Up early the following morning for the 2 hour drive to Haba village, 2680m, where we met our local guide and horseman. Here the people were of Tibetan origin and the countryside was green and fertile with everyone busy with the harvest. The sound of Yak bells provided an accompaniment to our slow foot steps as we ascended through the pine forests where azaleas, rhododendrons and violets were in bloom. The 15km hike seemed endless and the altitude slowed our walking to a snail’s pace. Base camp, at 4100m, was a welcome sight as we emerged from the forest. Closer inspection however, revealed a dirty, unkempt site. It seemed sad but not surprising that the fees people pay to get into the area do not appear to be spent on preserving it’s beauty. We were fortunate to have wonderful weather which allowed us spectacular views of snow-capped peaks. At night it was cold, around freezing, and if there was no room around the mean little wood burning stove, the only place to keep warm was in bed.
After acclimatising for a day in the surrounding meadows, we prepared to climb to Camp 1 at 4,600m. We were told that it would make the summit day more manageable because of the altitude. When we arrived at the camp site – the guides began to clear and level the stony ground for the tents. We were told to rest. As the tents were unfurled and the guy ropes secured with boulders, it became obvious that these men had no clue about putting up tents. Only one tent had a matching rain cover and the rest looked completely unfit for purpose. They didn’t have the right poles or covers and would certainly not have been water proof. I could see them taking off in the strong winds.
“So Jonathan” I said to our guide, “in terms of safety at this height, what percentage would you give this camp?”
“80%”, he said smiling.
“But only one tent looks like it might just about do for 2 people. What about the other 4?”
“Oh, don’t worry about the guides,” he said, “they can sleep in the rocks. I think two of us can manage in one of the tents.”
It was already 4pm and we had no food or water. The two local guides were supposed to be going back to Base Camp to collect the food once they had erected the tents! It was beginning to look like a complete fiasco and so the 4 of us took matters into our own hands and decided to go back to Base Camp. Tempers flared and the Aussie had had enough. He demanded a refund and walked out of the camp in disgust. We never saw him again. The French women were scared, which left me, at 7pm, having to make a decision about going for the summit the next day on my own – that is, without anyone from our party. I dithered and tried to weigh things up. I was worried about altitude sickness and the level of competence of the guides but I knew I would not be back any time soon and age was not exactly on my side. Having lived in China for several months, I had grown used to the lack of “health and safety” regulations, so I decided to go for it.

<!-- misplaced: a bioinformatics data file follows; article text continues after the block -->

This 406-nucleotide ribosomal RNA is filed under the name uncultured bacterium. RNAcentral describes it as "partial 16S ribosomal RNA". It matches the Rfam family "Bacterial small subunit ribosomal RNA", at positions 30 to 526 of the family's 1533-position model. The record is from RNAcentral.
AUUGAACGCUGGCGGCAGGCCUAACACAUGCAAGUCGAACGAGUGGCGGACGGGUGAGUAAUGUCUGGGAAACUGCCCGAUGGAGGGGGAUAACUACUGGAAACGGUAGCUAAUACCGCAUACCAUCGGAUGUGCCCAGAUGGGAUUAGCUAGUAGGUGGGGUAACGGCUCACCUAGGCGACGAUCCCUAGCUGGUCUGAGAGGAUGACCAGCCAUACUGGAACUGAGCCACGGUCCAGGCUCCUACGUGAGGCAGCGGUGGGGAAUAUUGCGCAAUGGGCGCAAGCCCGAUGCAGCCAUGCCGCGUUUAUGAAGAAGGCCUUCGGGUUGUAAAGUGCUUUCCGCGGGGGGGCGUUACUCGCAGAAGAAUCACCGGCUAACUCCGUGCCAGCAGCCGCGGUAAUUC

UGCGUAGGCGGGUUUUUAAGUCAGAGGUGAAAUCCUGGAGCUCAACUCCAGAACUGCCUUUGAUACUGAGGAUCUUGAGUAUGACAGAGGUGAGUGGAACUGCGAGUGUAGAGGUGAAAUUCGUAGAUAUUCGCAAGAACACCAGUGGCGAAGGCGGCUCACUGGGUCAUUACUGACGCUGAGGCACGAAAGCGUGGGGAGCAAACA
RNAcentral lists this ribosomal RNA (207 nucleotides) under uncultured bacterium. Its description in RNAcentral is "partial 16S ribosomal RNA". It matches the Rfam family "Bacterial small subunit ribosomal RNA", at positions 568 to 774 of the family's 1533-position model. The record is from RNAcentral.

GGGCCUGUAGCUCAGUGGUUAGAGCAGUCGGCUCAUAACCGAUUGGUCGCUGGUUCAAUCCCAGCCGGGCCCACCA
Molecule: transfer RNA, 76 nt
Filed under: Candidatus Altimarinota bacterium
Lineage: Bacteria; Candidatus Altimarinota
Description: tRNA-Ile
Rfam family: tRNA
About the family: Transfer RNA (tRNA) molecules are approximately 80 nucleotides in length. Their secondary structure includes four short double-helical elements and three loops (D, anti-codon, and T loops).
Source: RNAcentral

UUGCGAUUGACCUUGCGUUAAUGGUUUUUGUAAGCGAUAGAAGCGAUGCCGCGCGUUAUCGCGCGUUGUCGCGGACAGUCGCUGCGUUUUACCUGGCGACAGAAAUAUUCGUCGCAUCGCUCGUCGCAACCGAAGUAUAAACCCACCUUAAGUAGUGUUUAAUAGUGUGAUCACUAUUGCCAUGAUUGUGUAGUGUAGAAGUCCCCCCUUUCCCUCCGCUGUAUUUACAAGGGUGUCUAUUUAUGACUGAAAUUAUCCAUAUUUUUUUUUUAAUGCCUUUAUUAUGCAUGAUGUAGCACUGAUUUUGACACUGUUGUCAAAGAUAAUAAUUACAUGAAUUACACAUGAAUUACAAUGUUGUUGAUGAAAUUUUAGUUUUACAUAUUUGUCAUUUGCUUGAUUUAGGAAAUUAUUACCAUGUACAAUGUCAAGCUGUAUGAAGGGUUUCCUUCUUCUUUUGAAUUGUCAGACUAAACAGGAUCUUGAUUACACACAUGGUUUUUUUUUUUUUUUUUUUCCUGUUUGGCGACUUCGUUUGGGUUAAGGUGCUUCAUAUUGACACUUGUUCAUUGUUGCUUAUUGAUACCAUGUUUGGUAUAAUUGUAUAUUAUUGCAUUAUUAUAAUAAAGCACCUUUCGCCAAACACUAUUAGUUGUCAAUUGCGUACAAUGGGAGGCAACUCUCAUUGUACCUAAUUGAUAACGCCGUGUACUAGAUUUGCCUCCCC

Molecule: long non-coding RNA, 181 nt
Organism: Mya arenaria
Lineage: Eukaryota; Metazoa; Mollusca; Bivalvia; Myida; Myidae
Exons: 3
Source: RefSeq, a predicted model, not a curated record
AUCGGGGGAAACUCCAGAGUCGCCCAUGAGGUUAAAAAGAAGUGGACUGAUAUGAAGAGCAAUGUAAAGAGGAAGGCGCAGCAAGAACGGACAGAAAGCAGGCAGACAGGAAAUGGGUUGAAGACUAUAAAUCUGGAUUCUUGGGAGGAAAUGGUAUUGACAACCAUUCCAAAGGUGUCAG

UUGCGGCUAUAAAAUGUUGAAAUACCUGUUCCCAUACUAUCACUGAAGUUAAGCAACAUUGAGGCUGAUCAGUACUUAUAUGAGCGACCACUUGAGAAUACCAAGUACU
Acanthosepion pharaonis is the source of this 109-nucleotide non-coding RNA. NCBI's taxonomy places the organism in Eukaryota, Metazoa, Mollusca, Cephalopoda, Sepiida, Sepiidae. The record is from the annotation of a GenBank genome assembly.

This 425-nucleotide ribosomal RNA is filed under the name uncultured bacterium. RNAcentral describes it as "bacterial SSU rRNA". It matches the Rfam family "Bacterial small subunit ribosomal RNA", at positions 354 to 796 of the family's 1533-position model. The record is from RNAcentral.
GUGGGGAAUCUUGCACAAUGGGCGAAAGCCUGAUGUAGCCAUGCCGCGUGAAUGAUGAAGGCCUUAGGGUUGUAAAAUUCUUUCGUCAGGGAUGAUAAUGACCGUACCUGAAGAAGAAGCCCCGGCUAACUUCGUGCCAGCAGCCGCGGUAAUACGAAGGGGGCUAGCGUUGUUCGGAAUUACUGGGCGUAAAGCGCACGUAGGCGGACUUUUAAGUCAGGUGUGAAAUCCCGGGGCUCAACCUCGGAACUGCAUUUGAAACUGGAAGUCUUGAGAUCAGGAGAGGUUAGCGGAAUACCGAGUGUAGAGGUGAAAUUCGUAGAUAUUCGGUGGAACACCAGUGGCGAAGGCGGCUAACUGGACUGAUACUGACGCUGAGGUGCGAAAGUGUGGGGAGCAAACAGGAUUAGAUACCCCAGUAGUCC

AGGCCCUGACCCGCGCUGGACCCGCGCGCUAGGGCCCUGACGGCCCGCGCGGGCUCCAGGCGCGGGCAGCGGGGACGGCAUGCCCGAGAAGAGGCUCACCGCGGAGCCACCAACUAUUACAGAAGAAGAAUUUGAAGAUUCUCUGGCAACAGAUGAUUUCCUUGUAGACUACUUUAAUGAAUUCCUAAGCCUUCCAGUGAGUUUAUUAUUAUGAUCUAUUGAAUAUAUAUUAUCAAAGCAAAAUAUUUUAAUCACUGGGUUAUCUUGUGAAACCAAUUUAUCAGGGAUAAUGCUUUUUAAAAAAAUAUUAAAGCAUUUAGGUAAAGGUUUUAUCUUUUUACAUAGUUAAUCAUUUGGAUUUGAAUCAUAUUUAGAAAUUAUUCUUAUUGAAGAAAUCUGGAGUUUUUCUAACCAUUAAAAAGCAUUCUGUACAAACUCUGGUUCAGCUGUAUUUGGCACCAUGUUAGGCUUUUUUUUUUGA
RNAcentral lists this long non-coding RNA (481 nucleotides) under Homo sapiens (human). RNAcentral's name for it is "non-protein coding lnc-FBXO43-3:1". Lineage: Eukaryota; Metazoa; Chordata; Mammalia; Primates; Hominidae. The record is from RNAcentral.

At 4am the next morning, I set off with Jonathan and a local guide. My worries seemed to fade into insignificance when, after about 2 hours of climbing, I switched off my head torch and laid back on the rocks to look at the sky. I gasped at the closeness of the stars and the sight of the Milky Way weaving its star dust trail through the heavens. Climbing very slowly over icy rocks and snowy patches, we eventually reached the snow line. We put on ancient-looking crampons and prepared for the the long slopes ahead. I managed to walk 5 steps before resting and kept up this pace for the remainder of the ascent. At 9.30am we reached the summit of Haba Shan at 5,396m/17,703ft – the highest I had ever climbed. I was exhilarated. The clouds swirled in and out giving brief glimpses of the surrounding peaks. A few photos and a brief pause was all I was allowed before the guides were ready to leave.